The French call it the “Little Death.” But most of us know it as “The Big O.” Its pursuit makes men act like dogs and it can lead a woman to purr like a cat. If we are honest, we’ll realize that much, if not most, of why we work so hard in the gym – to tone up are six-pack or tighten our bums – is basically done to get one, or multiple.
It’s the climax of coitus, the mountaintop of making love and the ultimate fun in fornication. It is… the Almighty Orgasm. The truth is having an orgasm feels so great that the last thing we think about is what is going on. But knowing what’s going on inside of us may help heighten that experience for men, and get to that elusive point for many women – close to 25 percent say they don’t get orgasms through intercourse.
So kick back, light some candles, put on mood music and get ready to learn what exactly is happening to us when we orgasm. It may not all be pretty, but then neither are our faces when we get one:
Feel the Rush
That building feeling inside of you as you near an orgasm is not a coincidence, it’s actually blood rushing to your nether regions filling your privates with feeling and pressure. This increase in blood flow is what makes men’s members stand at attention and causes a woman’s vagina to tighten on that member and what causes it to increase the secretion of lubrication.
That’s why knowing what foods and drink will dilate your blood vessels and make blood flow faster is a good idea (Link to Seven Sexy Foods To Get You In the Mood) and why any blood pressure medications may impact your ability to have an orgasm.
Orgasm Ignorance is Bliss
What we all know about orgasms is that the minute we have one, everything looks different. You’re late on the mortgage; so what! You have to work on the weekend; things could be worse. You just got fired; ehh, you never really liked that job anyway. At least for a minute or two after you orgasm, things just don’t seem to matter that much. But what exactly is happening to make us not care about much of anything? A study at the University of Groningen in Holland might have the answer.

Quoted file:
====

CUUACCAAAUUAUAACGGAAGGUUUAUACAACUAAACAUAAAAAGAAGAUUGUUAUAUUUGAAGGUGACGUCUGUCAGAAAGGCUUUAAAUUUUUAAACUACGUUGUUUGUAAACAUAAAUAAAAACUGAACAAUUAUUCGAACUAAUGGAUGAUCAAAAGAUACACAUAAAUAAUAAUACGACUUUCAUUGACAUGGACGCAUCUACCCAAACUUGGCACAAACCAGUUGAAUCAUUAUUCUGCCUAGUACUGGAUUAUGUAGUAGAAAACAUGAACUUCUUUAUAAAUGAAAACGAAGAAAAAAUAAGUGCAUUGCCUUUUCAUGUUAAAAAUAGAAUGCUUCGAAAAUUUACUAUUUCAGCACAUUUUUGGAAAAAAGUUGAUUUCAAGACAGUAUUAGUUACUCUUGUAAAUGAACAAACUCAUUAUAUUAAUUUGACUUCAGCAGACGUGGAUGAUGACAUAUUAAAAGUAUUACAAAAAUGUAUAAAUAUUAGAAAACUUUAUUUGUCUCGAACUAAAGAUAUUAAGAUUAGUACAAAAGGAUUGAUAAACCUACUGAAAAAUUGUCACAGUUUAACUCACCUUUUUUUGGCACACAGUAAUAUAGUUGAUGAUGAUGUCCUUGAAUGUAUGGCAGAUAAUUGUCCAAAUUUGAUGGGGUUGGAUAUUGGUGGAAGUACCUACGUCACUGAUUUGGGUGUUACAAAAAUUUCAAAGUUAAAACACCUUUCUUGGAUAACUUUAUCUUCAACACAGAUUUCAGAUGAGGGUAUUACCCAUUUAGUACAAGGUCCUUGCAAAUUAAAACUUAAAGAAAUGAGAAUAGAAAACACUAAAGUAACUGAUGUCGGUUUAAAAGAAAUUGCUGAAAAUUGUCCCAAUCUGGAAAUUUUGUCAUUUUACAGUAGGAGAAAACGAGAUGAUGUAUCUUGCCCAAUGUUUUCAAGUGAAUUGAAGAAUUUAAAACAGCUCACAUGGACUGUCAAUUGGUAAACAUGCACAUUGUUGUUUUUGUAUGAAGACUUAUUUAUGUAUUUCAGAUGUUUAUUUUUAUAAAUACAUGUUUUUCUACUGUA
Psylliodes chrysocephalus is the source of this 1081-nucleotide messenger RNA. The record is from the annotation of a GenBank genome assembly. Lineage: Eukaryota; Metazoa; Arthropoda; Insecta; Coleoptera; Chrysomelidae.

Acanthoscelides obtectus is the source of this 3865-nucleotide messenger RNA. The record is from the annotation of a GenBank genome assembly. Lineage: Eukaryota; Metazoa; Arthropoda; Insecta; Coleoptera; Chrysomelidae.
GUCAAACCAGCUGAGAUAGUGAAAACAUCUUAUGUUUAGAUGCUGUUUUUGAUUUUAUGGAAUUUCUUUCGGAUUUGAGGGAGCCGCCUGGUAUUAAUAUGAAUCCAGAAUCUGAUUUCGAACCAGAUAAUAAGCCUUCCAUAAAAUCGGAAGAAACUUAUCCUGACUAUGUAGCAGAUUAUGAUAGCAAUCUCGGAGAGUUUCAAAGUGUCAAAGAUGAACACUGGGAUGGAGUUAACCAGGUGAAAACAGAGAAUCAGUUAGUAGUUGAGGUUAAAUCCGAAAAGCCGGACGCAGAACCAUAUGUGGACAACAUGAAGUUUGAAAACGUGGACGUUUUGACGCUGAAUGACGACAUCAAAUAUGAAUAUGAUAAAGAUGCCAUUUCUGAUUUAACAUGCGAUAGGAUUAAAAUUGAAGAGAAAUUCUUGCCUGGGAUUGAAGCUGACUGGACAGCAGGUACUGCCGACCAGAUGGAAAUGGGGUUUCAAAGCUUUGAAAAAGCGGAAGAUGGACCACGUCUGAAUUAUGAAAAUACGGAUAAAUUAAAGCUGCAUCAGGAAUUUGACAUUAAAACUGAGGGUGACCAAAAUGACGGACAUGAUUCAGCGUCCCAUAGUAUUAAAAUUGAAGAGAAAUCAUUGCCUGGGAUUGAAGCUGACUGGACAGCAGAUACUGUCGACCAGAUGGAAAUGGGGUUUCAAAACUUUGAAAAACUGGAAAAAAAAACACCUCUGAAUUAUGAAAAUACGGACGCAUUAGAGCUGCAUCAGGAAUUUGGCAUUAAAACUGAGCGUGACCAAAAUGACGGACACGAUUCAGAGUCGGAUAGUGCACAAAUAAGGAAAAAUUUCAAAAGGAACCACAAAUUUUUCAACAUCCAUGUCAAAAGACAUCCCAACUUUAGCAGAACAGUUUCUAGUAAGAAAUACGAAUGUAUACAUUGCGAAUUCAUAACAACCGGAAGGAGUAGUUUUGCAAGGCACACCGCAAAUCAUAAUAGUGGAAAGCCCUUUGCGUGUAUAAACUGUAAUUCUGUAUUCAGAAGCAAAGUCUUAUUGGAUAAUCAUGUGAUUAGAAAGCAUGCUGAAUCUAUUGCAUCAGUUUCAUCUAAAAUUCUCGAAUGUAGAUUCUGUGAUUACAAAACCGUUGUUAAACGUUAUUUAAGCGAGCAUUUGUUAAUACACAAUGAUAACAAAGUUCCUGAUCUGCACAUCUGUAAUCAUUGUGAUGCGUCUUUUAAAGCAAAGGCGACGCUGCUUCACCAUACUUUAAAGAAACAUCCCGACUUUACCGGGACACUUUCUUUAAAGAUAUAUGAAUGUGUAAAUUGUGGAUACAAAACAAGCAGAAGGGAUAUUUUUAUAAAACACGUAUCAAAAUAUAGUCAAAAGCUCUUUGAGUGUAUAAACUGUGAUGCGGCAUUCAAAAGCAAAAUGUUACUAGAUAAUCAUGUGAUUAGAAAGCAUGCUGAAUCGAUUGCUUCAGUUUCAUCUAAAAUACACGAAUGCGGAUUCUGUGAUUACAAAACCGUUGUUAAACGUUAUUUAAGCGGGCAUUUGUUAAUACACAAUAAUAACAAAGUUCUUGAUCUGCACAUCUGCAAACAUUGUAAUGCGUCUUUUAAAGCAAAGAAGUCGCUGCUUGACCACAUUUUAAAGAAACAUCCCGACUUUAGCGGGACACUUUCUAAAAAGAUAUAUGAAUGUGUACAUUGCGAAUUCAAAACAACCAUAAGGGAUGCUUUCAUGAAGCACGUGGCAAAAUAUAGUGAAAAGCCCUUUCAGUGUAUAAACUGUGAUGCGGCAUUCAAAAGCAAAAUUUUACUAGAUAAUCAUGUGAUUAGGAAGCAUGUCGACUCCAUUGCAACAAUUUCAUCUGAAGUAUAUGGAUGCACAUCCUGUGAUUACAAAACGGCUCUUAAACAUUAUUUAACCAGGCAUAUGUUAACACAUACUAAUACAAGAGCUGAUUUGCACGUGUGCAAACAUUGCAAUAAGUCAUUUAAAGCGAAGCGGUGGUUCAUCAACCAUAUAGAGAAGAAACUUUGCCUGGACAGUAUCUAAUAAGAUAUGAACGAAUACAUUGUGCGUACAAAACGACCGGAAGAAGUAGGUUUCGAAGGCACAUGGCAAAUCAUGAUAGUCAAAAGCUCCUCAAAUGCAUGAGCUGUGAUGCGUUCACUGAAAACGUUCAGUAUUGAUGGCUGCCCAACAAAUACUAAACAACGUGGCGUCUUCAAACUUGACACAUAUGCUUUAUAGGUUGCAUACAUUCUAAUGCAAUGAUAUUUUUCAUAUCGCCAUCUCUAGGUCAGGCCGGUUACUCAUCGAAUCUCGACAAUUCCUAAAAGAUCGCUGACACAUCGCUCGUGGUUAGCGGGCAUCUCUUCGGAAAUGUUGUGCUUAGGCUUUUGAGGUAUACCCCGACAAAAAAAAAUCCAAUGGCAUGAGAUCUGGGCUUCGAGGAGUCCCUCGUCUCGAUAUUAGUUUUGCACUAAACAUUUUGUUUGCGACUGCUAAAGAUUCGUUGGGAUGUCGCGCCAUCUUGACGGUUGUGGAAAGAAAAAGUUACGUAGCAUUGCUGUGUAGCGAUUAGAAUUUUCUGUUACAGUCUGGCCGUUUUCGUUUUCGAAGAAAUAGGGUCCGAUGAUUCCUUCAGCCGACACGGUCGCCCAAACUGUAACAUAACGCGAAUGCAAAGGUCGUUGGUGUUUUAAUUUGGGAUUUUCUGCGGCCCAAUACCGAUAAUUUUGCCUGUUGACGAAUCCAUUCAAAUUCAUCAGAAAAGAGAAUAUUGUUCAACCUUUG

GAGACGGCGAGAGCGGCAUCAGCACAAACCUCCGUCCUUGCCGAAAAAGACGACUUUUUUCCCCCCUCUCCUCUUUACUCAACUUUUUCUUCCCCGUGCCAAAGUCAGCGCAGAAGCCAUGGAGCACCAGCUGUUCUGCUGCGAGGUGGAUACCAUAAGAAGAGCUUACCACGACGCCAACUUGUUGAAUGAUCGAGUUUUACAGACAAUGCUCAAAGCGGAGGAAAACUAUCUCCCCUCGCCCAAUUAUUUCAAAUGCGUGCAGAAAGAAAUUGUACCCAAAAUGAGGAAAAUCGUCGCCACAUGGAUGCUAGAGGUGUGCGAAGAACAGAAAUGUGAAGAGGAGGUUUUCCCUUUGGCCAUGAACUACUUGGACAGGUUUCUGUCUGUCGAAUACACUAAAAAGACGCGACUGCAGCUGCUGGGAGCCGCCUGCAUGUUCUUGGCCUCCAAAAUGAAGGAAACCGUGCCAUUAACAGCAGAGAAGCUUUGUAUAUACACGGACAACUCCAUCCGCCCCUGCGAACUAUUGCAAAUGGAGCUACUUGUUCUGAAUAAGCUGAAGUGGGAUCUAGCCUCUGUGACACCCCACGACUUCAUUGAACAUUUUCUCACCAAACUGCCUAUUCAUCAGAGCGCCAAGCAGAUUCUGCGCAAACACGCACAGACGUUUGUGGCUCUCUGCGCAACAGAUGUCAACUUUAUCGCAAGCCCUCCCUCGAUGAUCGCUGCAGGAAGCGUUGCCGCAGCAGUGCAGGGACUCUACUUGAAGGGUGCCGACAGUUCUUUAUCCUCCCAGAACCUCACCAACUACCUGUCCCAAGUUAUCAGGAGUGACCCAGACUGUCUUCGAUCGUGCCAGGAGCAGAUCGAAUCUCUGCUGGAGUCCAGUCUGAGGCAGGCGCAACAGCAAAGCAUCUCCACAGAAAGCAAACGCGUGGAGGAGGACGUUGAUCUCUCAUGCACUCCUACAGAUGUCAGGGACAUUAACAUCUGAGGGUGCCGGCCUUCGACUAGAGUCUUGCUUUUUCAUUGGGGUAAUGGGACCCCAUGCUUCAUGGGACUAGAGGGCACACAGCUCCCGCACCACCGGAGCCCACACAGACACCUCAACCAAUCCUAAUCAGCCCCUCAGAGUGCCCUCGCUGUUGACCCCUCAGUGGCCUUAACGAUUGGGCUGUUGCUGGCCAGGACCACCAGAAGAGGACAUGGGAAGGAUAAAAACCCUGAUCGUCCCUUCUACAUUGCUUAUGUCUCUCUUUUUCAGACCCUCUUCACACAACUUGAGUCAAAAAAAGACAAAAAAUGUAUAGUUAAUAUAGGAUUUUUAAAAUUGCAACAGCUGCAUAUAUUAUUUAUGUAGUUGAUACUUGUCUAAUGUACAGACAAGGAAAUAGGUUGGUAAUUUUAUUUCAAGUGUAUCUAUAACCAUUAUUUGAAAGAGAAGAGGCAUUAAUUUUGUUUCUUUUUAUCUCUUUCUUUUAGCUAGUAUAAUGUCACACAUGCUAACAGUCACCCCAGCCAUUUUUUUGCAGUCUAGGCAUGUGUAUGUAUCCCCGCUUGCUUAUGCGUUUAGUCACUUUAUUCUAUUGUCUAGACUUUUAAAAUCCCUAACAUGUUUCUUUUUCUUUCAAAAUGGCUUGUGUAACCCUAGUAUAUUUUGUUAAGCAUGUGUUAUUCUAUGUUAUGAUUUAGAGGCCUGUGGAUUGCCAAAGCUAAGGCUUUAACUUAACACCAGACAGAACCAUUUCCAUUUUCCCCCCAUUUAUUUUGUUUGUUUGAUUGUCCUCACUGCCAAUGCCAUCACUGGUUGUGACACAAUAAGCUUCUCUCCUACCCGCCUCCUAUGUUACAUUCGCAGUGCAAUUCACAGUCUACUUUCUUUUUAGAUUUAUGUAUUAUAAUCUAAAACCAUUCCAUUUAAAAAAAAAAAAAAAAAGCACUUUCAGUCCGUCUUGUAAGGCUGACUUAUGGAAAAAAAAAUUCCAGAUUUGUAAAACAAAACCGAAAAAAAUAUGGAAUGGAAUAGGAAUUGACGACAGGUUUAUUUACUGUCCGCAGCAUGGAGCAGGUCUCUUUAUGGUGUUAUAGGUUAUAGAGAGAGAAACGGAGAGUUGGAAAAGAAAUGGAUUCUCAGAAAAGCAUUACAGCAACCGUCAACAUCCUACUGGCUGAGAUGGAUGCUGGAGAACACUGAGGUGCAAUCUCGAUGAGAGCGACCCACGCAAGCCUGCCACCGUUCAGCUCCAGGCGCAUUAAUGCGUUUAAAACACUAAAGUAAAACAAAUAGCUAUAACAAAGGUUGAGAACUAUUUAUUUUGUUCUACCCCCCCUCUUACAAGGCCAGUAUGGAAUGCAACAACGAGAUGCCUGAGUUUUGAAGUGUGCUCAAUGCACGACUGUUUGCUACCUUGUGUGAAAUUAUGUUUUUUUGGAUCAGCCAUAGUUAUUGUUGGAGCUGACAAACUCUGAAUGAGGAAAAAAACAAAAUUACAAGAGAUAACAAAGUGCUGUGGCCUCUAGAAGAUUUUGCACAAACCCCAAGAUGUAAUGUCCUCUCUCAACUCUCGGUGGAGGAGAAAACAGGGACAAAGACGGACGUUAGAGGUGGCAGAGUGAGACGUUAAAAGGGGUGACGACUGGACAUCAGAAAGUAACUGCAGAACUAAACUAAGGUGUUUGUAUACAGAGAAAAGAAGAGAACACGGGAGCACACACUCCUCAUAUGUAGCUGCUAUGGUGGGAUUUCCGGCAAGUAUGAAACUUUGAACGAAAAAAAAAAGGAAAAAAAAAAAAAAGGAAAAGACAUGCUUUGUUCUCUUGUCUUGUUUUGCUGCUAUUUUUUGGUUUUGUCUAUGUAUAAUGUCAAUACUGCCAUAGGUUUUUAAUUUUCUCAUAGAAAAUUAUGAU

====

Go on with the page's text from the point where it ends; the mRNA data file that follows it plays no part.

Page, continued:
The study looked at brain activity in women at the moment of orgasm and the results were enlightening. While the area of the brain that control sensations – the primary somatosensory cortex – saw an increase in activity, the parts of the brain that controls alertness and anxiety – the amygdala and hippocampus – dropped off. That explains why all our worries seem to dissipate during and following an orgasm.
Several other areas of the prefrontal cortex all showed decreasing activity, according to the study. In other words, having an orgasm shuts the parts of your brain that make you worry about everything. Ignorance is bliss.
Now that we know what our brain is not doing when we climax, it would be helpful to know what our body is. For men, the finish is fairly obvious as the build-up leads to ejaculation and release of sperm.
For women, the orgasm is the culmination of increasing tension in the vagina and surrounding muscles that is released when in a series of contractions – anywhere from three to 15 that occur simultaneously in the vagina, uterus, and anus. Both sexes feel the contractions in a variety of places from our heads (that explains funny faces) to our feet (that explains clenched toes). The contractions are involuntary and cannot be contained – kind of like when you sneeze. The loss of control can be messy, but it is ultimately why we enjoy our orgasms so much.
- Improve Sexual Performance
- Increase Energy & Endurance
- Maintain Emotional Wellbeing
- Sharpen Mental Function